Nowadays nearly everyone has a cell phone, smart phone or some other device that keeps them constantly ‘plugged in’. Is it possible you should sometimes leave the phone at home ? I think we all can agree that there are just some situations where a cell phone is not necessary.
Some brides and grooms have decided that that too much technology can spoil an event and are having ”Unplugged Weddings”. Whether it is cameras, phones or other technology, couples are coming to the conclusion that enough is enough and making a statement. If you are among those, you may have a rough road convincing others that they need to be unplugged during the events of the day.
The reasons that couples are opting for unplugged is simple: Noflashes going off during the ceremony, no one popping up in the wrong place in photos because they were trying to get a good shot, no one’s phone ringing or beeping during any part of the event.
Is it possible that you could request that everyone to turn off their electronic devices and not offend anyone? No. Some people will see it as an infringement of their personal choice. Some people are so plugged in that it would never occur to them that putting down the device will allow them to enjoy the moment better.
So in the age of technology when nearly everyone is held hostage by some sort of communication device, how do you politely remind guests that you are unplugging?
Start early- Tell everyone that you are planning and unplugged event. Even if it under the pretense of asking their opinion, have a discussion with as many of your guests, attendants and family as possible about how you plan to do this. Make sure you talk to the guests that have great communications kills - you know, the ones who like to pass on information.
Officiant -Have a discussion with the officiant on how to make a proper announcement the day of the event so no one will be offended. There are many examples available online but the best way is to be honest. You can add a touch of humor if that’s your style.
Website - If you have a wedding website, designate a page to the subject. Explain your reasons in a way that you feel your guests will understand and a way that does not offend.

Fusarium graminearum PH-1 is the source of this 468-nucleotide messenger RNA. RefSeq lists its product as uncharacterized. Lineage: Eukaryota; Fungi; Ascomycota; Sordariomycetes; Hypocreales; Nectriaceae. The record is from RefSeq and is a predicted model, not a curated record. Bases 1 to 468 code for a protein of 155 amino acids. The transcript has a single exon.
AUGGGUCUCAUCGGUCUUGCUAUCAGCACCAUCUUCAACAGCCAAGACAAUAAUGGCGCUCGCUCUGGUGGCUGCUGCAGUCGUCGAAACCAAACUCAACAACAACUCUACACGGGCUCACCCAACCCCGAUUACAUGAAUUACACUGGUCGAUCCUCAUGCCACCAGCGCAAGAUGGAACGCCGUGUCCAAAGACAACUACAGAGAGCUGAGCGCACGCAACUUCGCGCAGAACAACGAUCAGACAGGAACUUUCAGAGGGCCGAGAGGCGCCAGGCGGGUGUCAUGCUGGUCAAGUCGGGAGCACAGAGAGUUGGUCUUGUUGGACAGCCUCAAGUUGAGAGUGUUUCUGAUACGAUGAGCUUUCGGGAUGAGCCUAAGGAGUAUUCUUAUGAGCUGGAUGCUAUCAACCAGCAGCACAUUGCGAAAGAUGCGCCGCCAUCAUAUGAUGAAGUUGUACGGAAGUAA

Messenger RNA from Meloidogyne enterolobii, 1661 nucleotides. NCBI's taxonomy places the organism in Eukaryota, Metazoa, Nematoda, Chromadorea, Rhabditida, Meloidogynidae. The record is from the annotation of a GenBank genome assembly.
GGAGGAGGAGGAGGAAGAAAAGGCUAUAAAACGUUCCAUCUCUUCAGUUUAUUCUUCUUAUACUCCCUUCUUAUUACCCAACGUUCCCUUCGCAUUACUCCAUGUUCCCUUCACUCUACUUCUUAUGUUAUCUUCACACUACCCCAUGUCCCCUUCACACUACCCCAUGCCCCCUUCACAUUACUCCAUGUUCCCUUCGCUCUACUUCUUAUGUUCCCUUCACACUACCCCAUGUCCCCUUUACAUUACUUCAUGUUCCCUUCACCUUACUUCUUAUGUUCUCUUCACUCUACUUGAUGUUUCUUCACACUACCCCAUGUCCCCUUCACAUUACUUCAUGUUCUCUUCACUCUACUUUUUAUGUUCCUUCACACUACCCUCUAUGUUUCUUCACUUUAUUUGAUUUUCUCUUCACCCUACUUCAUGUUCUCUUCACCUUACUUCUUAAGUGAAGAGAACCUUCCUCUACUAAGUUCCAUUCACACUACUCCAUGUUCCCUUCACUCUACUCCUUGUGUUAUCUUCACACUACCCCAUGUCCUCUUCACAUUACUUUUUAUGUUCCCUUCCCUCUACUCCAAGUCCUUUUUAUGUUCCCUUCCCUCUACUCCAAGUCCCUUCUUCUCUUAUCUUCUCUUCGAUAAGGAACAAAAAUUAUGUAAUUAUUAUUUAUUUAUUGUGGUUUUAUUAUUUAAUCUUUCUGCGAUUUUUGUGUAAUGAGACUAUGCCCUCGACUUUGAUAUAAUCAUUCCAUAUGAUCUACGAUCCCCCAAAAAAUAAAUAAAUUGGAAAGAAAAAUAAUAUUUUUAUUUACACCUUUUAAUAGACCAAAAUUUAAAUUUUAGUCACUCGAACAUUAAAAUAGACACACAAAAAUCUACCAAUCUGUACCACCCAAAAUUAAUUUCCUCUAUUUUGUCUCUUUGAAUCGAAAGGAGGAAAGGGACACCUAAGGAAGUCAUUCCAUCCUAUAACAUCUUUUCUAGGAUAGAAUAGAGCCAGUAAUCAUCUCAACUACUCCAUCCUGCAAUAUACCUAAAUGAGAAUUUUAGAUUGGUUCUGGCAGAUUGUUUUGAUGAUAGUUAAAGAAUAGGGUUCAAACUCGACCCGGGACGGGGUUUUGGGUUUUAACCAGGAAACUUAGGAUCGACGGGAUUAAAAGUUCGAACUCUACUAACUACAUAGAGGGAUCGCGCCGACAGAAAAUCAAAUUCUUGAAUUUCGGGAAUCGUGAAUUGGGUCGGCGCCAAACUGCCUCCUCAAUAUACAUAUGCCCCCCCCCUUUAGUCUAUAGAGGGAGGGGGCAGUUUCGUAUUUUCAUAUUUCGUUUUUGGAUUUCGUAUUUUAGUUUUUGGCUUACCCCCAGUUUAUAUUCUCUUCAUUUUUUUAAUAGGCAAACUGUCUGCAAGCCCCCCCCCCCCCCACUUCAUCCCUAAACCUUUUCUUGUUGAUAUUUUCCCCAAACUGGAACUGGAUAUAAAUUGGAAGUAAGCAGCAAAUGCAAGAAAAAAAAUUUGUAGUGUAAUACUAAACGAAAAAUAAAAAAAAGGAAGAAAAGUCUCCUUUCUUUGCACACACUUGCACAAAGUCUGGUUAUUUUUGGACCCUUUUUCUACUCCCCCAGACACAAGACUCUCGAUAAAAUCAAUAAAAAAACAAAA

Guest - At the event, have one of your guests serve as the person who reminds everyone and gently ‘nudges’ people who are not following suit. It won’t be offensive if it comes from another guest who is not a member of the wedding party. Make sure it is someone who can keep it light and not come off as the ‘cell phone police’. Practice what he or she will say so that it does not turn into a confrontation. “By the way – did you see that James and Carol asked everyone to turn off their phones?” No drama, no arguing, no problem, right? It is better to designate someone to do this than to have one of your (probably older) relatives give them the evil eye at some point.
Print -Some couples have printed signs on display at the entrance of the church or hall, at each table and in various places where there is high visibility. If you choose to do this, make sure it is tastefully worded and pleasing to the eye.
If you decide to unplug your wedding, don’t despair if you get some feedback. It isn’t as if you are confiscating cell phones at the door and not allowing outside contact with the world. understandably some people with small children or sick relatives or even urgent personal business will have their phone with them and have them turned on. They will merely have to put their phone on vibrate or silent mode and step outside to have a conversation if the situation arises.
One of the best things about your wedding is that it is your wedding. The choices you make reflect who you are as a person; stick to your guns, be respectful and move on.
-Penny Frulla for Bridal Expo Chicago